Last night our good friends, Steve and Sheila, had us over for a lovely pork chop dinner. Sheila made this really great brown rice with dried fruit and nuts. They have us over every Tuesday for dinner and I gotta say it is great not having to worry about dinner at all for one day!
We get together to stay in touch with the Body of Christ. They are part of the regular gathering on Saturdays that turned us on to the whole idea of gathering with the local expression of the Body in homes and we are grateful to Jim and Kathy for their persistence in inviting us. It is where we came to see that it is good that communion is part of a whole meal, the Blood a full glass of wine, the Body a hunk of a loaf of bread we all share in, that no one in particular is in charge and we can spend all night in equality giving praises to the Father, believing in our commonality in Jesus Christ and talking of the counsel we are receiving from the Holy Spirit.
No, I do not mean that they are into the currently popular cell groups, home groups or mini-churches that are adjunct to a traditional brick and mortar church. We strongly believe that we, those who believe in the saving grace of Jesus Christ, are the church. To talk of the church as a place or an event is kinda weird when you look at the references to church in the NT. You really can't come up with anything except that church is people and not a building or an event on Sunday or Saturday. Yes, it does refer to churches that are located here or there but that is the geographical location that those believers lived and worked in. And while many may agree in principle with the wrongness of the notion that church is a building or an event, it is so engrained in most of us that Rebecca and I are doing our very best to refer to one of the things the church does, that which most call "church," as "the gathering of the Body," "gathering" for short, to break our habit of language.
We meet on Tuesdays with Steve and Sheila as yet another chance to meet with the Body in a more intimate setting and minister to one another's needs. Lately we have been ministering to one another by reading and discussing A.W. Tozer's book, The Pursuit of God. Last night we finished up with the last chapter. Tozer did not disappoint us but once again delivered a very thought provoking chapter, Chapter 10, "The Sacrament of Living". A very good way to wind up an excellent book and a nice segue into our next choice, Richard Foster's, Celebration of Discipline.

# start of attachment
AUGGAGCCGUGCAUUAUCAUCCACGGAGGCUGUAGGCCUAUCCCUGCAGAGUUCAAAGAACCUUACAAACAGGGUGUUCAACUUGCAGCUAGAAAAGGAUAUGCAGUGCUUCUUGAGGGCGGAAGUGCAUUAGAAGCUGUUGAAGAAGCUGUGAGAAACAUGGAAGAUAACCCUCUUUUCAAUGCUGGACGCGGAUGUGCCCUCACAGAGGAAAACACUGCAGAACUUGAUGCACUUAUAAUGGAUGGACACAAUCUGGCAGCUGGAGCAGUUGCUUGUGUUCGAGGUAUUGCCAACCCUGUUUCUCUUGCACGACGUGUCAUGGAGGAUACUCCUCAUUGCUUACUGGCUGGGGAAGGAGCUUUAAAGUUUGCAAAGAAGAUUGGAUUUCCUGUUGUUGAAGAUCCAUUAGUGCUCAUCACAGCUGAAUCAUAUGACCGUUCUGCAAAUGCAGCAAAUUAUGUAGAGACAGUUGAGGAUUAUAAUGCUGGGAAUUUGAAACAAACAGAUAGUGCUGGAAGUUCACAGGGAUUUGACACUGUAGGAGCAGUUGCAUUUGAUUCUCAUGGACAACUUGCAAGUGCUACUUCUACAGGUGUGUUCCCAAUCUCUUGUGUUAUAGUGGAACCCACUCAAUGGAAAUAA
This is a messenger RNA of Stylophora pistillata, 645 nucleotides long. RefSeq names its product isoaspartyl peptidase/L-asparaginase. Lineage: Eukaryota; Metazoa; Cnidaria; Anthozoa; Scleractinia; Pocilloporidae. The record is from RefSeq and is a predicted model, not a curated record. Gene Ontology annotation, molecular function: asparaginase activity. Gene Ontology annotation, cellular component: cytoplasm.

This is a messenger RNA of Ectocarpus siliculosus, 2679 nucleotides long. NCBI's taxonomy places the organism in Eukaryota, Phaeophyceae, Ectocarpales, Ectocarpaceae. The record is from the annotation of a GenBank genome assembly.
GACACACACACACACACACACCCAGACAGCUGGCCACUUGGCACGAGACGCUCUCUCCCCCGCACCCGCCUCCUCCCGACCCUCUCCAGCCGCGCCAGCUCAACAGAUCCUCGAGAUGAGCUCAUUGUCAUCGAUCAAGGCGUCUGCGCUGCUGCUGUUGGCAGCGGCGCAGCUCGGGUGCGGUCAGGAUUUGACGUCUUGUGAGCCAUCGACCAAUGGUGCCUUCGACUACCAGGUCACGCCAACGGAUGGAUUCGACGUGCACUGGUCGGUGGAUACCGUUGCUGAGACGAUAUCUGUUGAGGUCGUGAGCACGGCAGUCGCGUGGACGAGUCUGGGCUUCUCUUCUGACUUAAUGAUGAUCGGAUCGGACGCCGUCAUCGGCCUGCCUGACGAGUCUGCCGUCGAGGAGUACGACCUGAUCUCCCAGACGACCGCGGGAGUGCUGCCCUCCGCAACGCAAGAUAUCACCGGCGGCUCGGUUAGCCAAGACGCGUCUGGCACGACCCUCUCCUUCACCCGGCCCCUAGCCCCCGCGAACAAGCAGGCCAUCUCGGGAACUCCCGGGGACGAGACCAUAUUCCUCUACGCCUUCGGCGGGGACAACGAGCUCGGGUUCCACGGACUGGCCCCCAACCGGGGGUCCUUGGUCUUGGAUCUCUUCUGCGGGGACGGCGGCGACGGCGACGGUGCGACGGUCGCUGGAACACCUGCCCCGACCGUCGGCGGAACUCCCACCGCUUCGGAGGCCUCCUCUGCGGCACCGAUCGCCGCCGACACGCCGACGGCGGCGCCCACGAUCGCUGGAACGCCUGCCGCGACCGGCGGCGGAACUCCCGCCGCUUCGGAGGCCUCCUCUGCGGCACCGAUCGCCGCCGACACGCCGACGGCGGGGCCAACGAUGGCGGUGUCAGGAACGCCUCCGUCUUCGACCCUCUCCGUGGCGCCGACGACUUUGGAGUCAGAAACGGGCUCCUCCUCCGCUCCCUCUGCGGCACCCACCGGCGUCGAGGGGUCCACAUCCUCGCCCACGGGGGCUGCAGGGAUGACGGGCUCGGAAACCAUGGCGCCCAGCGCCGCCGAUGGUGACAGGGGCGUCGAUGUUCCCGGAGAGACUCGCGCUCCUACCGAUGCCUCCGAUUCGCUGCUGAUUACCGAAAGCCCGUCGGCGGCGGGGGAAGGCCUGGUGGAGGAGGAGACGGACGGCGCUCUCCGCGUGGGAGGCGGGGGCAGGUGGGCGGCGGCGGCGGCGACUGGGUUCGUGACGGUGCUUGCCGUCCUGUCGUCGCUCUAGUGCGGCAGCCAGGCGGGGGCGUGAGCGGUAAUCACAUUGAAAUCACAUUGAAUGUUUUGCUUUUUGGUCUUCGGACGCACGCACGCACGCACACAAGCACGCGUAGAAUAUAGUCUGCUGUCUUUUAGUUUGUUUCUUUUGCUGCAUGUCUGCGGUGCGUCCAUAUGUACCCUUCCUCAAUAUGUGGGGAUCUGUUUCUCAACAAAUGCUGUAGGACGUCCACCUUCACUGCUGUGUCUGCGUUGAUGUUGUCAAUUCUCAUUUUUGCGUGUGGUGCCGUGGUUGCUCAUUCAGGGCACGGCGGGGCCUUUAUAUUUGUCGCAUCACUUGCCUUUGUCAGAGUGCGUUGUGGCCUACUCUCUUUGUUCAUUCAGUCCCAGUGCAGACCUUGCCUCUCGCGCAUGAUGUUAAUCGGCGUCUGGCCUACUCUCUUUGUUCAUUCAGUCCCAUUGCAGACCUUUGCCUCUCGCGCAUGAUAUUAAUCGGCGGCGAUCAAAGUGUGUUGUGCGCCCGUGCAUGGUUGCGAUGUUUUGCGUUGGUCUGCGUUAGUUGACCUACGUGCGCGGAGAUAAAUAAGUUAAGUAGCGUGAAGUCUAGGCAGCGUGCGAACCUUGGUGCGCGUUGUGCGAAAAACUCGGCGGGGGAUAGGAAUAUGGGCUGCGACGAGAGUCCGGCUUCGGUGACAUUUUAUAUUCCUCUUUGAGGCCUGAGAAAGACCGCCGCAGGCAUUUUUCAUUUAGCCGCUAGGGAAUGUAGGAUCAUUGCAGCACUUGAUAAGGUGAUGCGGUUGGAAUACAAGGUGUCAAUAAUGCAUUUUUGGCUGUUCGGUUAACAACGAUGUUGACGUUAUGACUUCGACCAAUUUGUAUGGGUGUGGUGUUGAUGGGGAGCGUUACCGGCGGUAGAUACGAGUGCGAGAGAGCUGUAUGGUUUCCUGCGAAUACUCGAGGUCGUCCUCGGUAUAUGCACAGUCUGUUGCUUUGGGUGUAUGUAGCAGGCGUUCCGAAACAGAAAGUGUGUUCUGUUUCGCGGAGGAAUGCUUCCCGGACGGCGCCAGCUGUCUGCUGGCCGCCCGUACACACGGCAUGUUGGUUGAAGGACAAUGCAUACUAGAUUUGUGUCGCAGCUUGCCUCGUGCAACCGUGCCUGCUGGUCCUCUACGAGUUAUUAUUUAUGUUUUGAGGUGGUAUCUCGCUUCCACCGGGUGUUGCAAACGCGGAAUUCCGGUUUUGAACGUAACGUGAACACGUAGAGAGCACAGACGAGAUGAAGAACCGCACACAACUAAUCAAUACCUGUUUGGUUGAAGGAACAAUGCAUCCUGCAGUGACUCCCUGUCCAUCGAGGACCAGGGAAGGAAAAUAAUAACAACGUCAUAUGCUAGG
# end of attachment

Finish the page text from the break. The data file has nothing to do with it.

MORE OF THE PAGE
Tozer writes: "A concomitant of the error (attaching sacredness to some acts while attaching secularity to others (summary mine)) which we have been discussing is the sacred-secular antithesis as applied to places. It is little short of astonishing that we can read the New Testament and still believe in the inherent sacredness of some places. This error is so widespread that one feels alone when he tries to combat it, It has acted as a kind of dye to color
the thinking of religious persons and has colored the eyes as well so that it is all but impossible to detect its fallacy. In the face of every New Testament teaching to the contrary, it has been said and sung throughout the centuries and accepted as a part of the Christian message, that which it most surely is not. Only the Quakers, so far as my knowledge goes, have had the perception to see the error and the courage to expose it."
Mind you this was written in the 40's, 1948 to be exact. A lot has happened to various denominations of Christianity since. Things he says about Catholics, in chapter 10, for instance can most certainly be applied to many denominations now.
Even Tozer doesn't completely avoid making divisions of sorts, the divisions man is so easily drawn to. Christ is adamant that we not attach what we perceive as important to things of his creation and there by justifying our actions towards certain people, certain acts, certain days and certain things. For the most part Tozer does say what most will not but what needs to be said so that Christianity can heal from the hurts that we endure from ignoring what is written in red. "Do not call anything impure that God has made clean." Acts 10:15.